***Updated with direct iTunes link***
One we have been keeping our eye on for the release, the new Final Cut Pro X 10.1 Professional Post Production book is out in Kindle & Ebook format. Authored by Brendan Boykin and published by Peachpit, this book follows a whole project through from start to finish.
Hot off the press is master trainer Brendan Boykin's new book, Apple Pro Training Series: Final Cut Pro X 10.1: Professional Post-Production. For the moment it's only available as a Kindle download, but the paperback version is available to order via Amazon or Peachpit. Brendan very kindly described the book for us:
And here is the publication just issued on iTunes Apple Pro Training Series: Final Cut Pro X 10.1 - Brendan Boykin
Final Cut Pro X 10.1 presents the reader the real-world workflow of Final Cut Pro X: Import, Edit, Share. The reader experiences the same workflow typical of most Final Cut Pro editors. (all media supplied.)
Beginning with importing media, the editor manages media and clips within the library structure of Final Cut Pro X 10.1. The importing and organizing of media and clips is addressed in the first three lessons. The lessons continue to editing as the editor manipulates the primary storyline and the magnetic timeline, adds connected clips and connected storylines. The initial four lessons conclude with the share feature to export a rough draft of the edited project.
Lesson Five begins with an exercise on the importance of encapsulating the project for backup, before performing a revision edit pass importing and editing additional clips. The editor proceeds with adding a lower-third, trying some effects, and mixing audio. The share feature is explored in more depth including accessing Compressor at the conclusion of Lesson Eight.
The final two chapters cover more on executing media and clip management within the Final Cut Pro X libraries and in adding specialized sub-workflows to your project. Subworkflows covered include synchronizing a dual-system recorded clip, working with multicamera media, and compositing a chroma key clip.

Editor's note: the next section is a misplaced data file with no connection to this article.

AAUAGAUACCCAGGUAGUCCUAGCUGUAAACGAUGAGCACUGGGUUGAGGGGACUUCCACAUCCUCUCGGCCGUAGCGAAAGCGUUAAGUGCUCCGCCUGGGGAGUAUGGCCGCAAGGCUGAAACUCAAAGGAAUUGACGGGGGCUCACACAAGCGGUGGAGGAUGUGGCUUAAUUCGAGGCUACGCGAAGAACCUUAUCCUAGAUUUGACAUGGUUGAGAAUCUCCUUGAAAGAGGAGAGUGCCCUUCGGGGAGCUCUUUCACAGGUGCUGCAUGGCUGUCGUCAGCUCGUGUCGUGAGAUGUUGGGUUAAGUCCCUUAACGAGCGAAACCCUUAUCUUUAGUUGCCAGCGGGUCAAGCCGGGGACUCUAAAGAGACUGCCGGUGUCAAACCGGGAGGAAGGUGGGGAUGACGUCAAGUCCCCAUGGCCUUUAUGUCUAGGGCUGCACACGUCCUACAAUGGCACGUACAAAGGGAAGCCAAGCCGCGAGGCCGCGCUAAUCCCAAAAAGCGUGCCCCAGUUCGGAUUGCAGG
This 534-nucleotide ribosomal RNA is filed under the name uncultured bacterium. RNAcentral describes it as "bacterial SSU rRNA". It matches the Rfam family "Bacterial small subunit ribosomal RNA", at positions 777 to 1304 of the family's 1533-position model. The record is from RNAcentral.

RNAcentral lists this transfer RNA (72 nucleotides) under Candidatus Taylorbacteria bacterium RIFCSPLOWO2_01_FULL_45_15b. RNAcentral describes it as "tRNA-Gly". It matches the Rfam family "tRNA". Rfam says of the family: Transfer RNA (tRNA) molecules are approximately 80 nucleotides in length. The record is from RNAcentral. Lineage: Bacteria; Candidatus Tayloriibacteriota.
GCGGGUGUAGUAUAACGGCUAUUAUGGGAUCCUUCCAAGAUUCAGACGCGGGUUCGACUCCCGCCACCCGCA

(click for larger images)
The Rough Draft created in Lessons 1-4
A major curriculum change is the book's use of one project media set for the core workflow. The reader experiences editing in as pure a form viable within a training environment. The book guides them on the edits required to achieve the lesson objectives.
By the end of Lesson Four, a new editor has touched the major facets of video editing and created an edit that is theirs, from importing to sharing. That same project gets revised and shaped in the remaining lessons to yield a second version.
A common question regarding training is, “With self-paced training materials on the market, what’s the point of attending a class at an Apple Authorized Training Center (AATC)?” The Final Cut Pro X 10.1 book and other training materials out there are fantastic ways to learn Final Cut Pro X.
What you benefit from in attending an AATC class is the experience and knowledge of an Apple Certified Trainer. An Apple Certified Trainer can take you deeper in areas specific to your workflow that the training materials may only cover briefly. Maybe you want to know more about retiming a clip. The trainer can show you additional retiming options available for every clip. More than that, a trainer can then point you towards applying additional effects that your workflow may need that’s not covered in other materials.
Using the Blade Speed Tool
The dynamics of a trainer guiding you in your workflow are enhanced further by the other attendees at an AATC course. As attendees collaborate through their sharing of post-production experiences, everyone’s knowledge grows. The AATC classroom is a forum much like fcp.co, a helpful environment there to inspire your storytelling by answering technical and creative questions.